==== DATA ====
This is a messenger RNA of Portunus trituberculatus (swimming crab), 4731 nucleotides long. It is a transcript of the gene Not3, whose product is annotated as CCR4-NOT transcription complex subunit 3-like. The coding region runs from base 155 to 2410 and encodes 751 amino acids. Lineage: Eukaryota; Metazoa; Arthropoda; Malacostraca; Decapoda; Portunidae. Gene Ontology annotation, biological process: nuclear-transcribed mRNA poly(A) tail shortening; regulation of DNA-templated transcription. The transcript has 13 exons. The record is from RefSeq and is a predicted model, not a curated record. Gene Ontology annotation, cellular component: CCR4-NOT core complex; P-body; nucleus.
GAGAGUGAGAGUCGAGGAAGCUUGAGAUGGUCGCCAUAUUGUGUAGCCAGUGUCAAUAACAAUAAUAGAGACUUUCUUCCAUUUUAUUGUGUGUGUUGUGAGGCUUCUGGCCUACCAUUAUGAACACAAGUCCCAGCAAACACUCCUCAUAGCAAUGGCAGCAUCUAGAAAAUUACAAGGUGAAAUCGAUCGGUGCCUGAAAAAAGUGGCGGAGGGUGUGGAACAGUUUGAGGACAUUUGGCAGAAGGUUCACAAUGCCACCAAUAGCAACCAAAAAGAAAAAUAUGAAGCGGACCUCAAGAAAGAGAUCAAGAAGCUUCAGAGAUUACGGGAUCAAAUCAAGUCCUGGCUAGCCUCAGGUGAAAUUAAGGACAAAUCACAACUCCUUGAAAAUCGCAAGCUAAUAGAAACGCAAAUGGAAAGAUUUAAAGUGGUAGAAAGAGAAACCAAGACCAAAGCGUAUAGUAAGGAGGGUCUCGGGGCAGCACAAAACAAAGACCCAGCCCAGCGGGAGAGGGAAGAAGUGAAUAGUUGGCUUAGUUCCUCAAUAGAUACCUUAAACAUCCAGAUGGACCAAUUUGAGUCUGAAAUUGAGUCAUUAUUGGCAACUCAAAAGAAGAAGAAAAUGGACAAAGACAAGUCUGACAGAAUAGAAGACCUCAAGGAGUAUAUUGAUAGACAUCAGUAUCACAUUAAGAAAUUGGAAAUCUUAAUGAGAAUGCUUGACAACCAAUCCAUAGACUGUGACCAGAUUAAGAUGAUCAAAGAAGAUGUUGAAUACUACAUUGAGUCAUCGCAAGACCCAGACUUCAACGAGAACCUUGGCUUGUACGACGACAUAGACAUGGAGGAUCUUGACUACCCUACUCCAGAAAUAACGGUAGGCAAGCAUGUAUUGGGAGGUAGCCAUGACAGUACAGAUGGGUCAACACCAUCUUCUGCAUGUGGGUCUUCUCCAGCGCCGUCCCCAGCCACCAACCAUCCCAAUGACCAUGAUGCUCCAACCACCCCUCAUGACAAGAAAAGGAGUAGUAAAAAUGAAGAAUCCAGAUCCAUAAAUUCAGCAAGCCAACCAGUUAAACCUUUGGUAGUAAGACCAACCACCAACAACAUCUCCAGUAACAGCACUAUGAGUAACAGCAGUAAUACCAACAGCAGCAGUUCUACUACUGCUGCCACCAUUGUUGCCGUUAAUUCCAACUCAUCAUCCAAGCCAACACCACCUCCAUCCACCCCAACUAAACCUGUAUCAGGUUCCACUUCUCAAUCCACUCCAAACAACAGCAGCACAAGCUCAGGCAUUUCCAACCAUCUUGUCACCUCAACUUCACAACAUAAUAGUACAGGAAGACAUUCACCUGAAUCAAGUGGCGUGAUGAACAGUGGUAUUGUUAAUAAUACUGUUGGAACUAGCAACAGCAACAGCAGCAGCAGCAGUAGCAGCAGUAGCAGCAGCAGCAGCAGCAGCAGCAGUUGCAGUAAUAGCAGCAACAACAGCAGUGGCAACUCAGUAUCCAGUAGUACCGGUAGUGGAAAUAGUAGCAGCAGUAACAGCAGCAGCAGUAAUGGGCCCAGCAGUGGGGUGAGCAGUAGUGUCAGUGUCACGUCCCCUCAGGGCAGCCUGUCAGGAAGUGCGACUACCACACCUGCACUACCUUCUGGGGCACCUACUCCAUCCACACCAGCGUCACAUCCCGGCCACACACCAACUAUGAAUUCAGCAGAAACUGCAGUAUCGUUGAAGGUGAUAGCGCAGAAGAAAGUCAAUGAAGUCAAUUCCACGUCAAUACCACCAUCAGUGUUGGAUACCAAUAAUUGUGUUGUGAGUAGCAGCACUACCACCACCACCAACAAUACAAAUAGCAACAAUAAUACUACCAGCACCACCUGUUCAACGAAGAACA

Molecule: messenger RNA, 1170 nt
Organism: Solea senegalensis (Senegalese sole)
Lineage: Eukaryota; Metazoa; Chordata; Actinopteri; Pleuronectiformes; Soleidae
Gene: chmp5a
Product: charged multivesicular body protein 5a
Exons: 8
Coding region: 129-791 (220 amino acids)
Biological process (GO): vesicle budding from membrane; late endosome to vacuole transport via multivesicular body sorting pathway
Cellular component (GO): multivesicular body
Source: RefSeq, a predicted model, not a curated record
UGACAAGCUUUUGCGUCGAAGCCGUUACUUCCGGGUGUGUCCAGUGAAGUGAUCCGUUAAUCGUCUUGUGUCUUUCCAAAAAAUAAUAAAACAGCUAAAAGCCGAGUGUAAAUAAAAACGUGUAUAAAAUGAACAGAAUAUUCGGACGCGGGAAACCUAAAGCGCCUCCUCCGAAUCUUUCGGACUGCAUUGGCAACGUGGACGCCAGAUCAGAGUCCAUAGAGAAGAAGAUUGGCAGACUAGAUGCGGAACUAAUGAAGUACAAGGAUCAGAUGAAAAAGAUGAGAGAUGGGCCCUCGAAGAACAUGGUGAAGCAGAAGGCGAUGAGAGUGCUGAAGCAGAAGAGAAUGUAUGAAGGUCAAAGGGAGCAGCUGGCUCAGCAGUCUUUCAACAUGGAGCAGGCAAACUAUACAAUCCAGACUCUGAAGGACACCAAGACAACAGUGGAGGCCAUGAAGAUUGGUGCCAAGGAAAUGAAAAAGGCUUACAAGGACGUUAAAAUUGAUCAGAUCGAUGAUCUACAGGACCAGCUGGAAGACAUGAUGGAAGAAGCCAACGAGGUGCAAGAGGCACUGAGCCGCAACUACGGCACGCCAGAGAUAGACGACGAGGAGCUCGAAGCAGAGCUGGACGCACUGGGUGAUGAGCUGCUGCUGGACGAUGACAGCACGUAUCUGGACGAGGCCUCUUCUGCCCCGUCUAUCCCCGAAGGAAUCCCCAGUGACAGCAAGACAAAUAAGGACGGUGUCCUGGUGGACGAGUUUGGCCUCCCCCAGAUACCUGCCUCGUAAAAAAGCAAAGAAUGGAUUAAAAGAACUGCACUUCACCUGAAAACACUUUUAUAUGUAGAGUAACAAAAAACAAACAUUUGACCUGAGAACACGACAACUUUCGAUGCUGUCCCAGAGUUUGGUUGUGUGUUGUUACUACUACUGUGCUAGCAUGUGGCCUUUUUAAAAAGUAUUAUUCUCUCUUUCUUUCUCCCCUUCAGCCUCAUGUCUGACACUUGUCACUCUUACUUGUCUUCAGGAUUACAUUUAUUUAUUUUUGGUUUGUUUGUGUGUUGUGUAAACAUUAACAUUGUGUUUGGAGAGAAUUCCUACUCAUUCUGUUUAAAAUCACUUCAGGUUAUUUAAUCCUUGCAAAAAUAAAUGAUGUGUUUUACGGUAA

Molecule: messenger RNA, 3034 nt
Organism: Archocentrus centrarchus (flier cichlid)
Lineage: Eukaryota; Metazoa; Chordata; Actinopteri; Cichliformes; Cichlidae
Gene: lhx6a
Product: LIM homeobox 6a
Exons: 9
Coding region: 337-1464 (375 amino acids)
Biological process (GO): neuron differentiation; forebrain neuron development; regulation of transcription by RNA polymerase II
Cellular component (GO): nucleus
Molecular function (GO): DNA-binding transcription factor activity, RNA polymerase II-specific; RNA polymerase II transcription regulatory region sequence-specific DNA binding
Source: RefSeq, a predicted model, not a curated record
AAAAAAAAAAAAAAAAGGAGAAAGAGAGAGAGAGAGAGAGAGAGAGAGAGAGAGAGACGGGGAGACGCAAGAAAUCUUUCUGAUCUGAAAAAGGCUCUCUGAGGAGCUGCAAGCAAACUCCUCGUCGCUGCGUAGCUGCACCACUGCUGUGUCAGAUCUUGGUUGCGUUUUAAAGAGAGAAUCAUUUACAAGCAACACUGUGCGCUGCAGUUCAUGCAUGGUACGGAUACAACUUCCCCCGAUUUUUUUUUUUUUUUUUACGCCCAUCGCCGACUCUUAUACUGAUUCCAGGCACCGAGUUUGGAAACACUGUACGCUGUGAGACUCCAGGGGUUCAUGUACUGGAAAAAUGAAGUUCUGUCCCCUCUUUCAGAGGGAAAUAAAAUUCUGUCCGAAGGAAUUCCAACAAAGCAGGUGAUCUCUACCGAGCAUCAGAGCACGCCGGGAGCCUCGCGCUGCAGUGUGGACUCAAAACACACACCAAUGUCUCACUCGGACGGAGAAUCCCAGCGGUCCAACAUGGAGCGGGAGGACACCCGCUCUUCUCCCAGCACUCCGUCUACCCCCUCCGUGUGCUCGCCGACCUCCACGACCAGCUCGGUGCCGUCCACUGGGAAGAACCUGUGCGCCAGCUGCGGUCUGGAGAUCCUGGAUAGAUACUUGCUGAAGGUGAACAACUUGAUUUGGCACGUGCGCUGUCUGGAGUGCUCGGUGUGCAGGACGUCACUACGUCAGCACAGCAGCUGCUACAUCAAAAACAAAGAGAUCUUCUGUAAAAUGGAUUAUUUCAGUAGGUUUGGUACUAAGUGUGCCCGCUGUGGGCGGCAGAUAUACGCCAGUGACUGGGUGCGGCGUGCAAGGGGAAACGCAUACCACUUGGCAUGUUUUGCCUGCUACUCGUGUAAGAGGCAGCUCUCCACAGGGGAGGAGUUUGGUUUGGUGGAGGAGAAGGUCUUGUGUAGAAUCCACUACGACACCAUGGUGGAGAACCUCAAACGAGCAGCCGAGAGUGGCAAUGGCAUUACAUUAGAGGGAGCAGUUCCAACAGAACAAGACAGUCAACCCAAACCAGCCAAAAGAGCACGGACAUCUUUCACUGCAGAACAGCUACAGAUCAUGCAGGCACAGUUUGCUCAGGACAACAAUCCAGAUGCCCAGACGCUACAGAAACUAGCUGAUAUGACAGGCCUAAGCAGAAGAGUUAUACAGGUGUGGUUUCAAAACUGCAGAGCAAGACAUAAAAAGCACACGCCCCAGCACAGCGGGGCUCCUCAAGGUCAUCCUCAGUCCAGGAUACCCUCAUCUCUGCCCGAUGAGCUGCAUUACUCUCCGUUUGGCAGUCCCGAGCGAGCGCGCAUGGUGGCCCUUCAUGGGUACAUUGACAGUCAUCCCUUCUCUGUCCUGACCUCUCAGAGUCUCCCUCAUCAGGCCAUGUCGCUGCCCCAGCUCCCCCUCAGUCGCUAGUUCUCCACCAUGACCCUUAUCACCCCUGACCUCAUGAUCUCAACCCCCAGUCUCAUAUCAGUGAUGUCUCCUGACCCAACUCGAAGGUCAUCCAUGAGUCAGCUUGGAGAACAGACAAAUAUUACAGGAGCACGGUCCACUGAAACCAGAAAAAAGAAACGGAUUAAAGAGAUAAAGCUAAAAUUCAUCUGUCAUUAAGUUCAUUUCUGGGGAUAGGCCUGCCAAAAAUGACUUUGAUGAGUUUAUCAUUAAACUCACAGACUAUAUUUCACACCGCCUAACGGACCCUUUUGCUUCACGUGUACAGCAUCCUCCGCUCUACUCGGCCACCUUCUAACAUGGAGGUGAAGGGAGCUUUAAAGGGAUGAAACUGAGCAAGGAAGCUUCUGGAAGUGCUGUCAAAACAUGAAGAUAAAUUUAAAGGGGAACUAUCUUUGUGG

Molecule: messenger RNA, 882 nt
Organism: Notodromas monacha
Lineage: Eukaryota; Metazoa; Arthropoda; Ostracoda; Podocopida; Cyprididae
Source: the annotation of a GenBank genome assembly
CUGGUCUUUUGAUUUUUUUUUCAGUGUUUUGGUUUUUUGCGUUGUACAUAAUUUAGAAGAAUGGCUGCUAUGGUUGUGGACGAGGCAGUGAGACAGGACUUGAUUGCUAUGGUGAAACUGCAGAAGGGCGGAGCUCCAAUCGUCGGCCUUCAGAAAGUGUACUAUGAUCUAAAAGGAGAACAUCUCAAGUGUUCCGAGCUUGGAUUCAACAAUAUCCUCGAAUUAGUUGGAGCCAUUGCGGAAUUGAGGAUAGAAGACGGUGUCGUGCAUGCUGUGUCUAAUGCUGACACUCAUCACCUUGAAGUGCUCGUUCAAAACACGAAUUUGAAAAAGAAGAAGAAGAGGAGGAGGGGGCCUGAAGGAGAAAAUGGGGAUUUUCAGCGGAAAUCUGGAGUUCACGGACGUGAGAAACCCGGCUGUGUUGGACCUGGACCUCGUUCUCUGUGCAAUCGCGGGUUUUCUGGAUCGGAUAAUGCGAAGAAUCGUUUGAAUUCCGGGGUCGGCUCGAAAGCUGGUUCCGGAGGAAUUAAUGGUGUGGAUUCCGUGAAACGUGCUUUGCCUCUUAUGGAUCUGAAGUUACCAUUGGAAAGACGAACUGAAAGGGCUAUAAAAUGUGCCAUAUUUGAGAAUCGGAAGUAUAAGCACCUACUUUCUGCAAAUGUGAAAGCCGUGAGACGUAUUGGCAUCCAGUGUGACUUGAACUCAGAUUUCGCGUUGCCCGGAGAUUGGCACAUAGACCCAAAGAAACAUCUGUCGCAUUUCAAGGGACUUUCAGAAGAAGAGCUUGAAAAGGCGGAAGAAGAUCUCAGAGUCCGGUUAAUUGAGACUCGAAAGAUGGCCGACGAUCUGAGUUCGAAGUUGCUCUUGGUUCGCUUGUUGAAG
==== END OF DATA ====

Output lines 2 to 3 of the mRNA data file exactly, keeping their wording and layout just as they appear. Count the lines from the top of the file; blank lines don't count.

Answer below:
GAGAGUGAGAGUCGAGGAAGCUUGAGAUGGUCGCCAUAUUGUGUAGCCAGUGUCAAUAACAAUAAUAGAGACUUUCUUCCAUUUUAUUGUGUGUGUUGUGAGGCUUCUGGCCUACCAUUAUGAACACAAGUCCCAGCAAACACUCCUCAUAGCAAUGGCAGCAUCUAGAAAAUUACAAGGUGAAAUCGAUCGGUGCCUGAAAAAAGUGGCGGAGGGUGUGGAACAGUUUGAGGACAUUUGGCAGAAGGUUCACAAUGCCACCAAUAGCAACCAAAAAGAAAAAUAUGAAGCGGACCUCAAGAAAGAGAUCAAGAAGCUUCAGAGAUUACGGGAUCAAAUCAAGUCCUGGCUAGCCUCAGGUGAAAUUAAGGACAAAUCACAACUCCUUGAAAAUCGCAAGCUAAUAGAAACGCAAAUGGAAAGAUUUAAAGUGGUAGAAAGAGAAACCAAGACCAAAGCGUAUAGUAAGGAGGGUCUCGGGGCAGCACAAAACAAAGACCCAGCCCAGCGGGAGAGGGAAGAAGUGAAUAGUUGGCUUAGUUCCUCAAUAGAUACCUUAAACAUCCAGAUGGACCAAUUUGAGUCUGAAAUUGAGUCAUUAUUGGCAACUCAAAAGAAGAAGAAAAUGGACAAAGACAAGUCUGACAGAAUAGAAGACCUCAAGGAGUAUAUUGAUAGACAUCAGUAUCACAUUAAGAAAUUGGAAAUCUUAAUGAGAAUGCUUGACAACCAAUCCAUAGACUGUGACCAGAUUAAGAUGAUCAAAGAAGAUGUUGAAUACUACAUUGAGUCAUCGCAAGACCCAGACUUCAACGAGAACCUUGGCUUGUACGACGACAUAGACAUGGAGGAUCUUGACUACCCUACUCCAGAAAUAACGGUAGGCAAGCAUGUAUUGGGAGGUAGCCAUGACAGUACAGAUGGGUCAACACCAUCUUCUGCAUGUGGGUCUUCUCCAGCGCCGUCCCCAGCCACCAACCAUCCCAAUGACCAUGAUGCUCCAACCACCCCUCAUGACAAGAAAAGGAGUAGUAAAAAUGAAGAAUCCAGAUCCAUAAAUUCAGCAAGCCAACCAGUUAAACCUUUGGUAGUAAGACCAACCACCAACAACAUCUCCAGUAACAGCACUAUGAGUAACAGCAGUAAUACCAACAGCAGCAGUUCUACUACUGCUGCCACCAUUGUUGCCGUUAAUUCCAACUCAUCAUCCAAGCCAACACCACCUCCAUCCACCCCAACUAAACCUGUAUCAGGUUCCACUUCUCAAUCCACUCCAAACAACAGCAGCACAAGCUCAGGCAUUUCCAACCAUCUUGUCACCUCAACUUCACAACAUAAUAGUACAGGAAGACAUUCACCUGAAUCAAGUGGCGUGAUGAACAGUGGUAUUGUUAAUAAUACUGUUGGAACUAGCAACAGCAACAGCAGCAGCAGCAGUAGCAGCAGUAGCAGCAGCAGCAGCAGCAGCAGCAGUUGCAGUAAUAGCAGCAACAACAGCAGUGGCAACUCAGUAUCCAGUAGUACCGGUAGUGGAAAUAGUAGCAGCAGUAACAGCAGCAGCAGUAAUGGGCCCAGCAGUGGGGUGAGCAGUAGUGUCAGUGUCACGUCCCCUCAGGGCAGCCUGUCAGGAAGUGCGACUACCACACCUGCACUACCUUCUGGGGCACCUACUCCAUCCACACCAGCGUCACAUCCCGGCCACACACCAACUAUGAAUUCAGCAGAAACUGCAGUAUCGUUGAAGGUGAUAGCGCAGAAGAAAGUCAAUGAAGUCAAUUCCACGUCAAUACCACCAUCAGUGUUGGAUACCAAUAAUUGUGUUGUGAGUAGCAGCACUACCACCACCACCAACAAUACAAAUAGCAACAAUAAUACUACCAGCACCACCUGUUCAACGAAGAACA

Molecule: messenger RNA, 1170 nt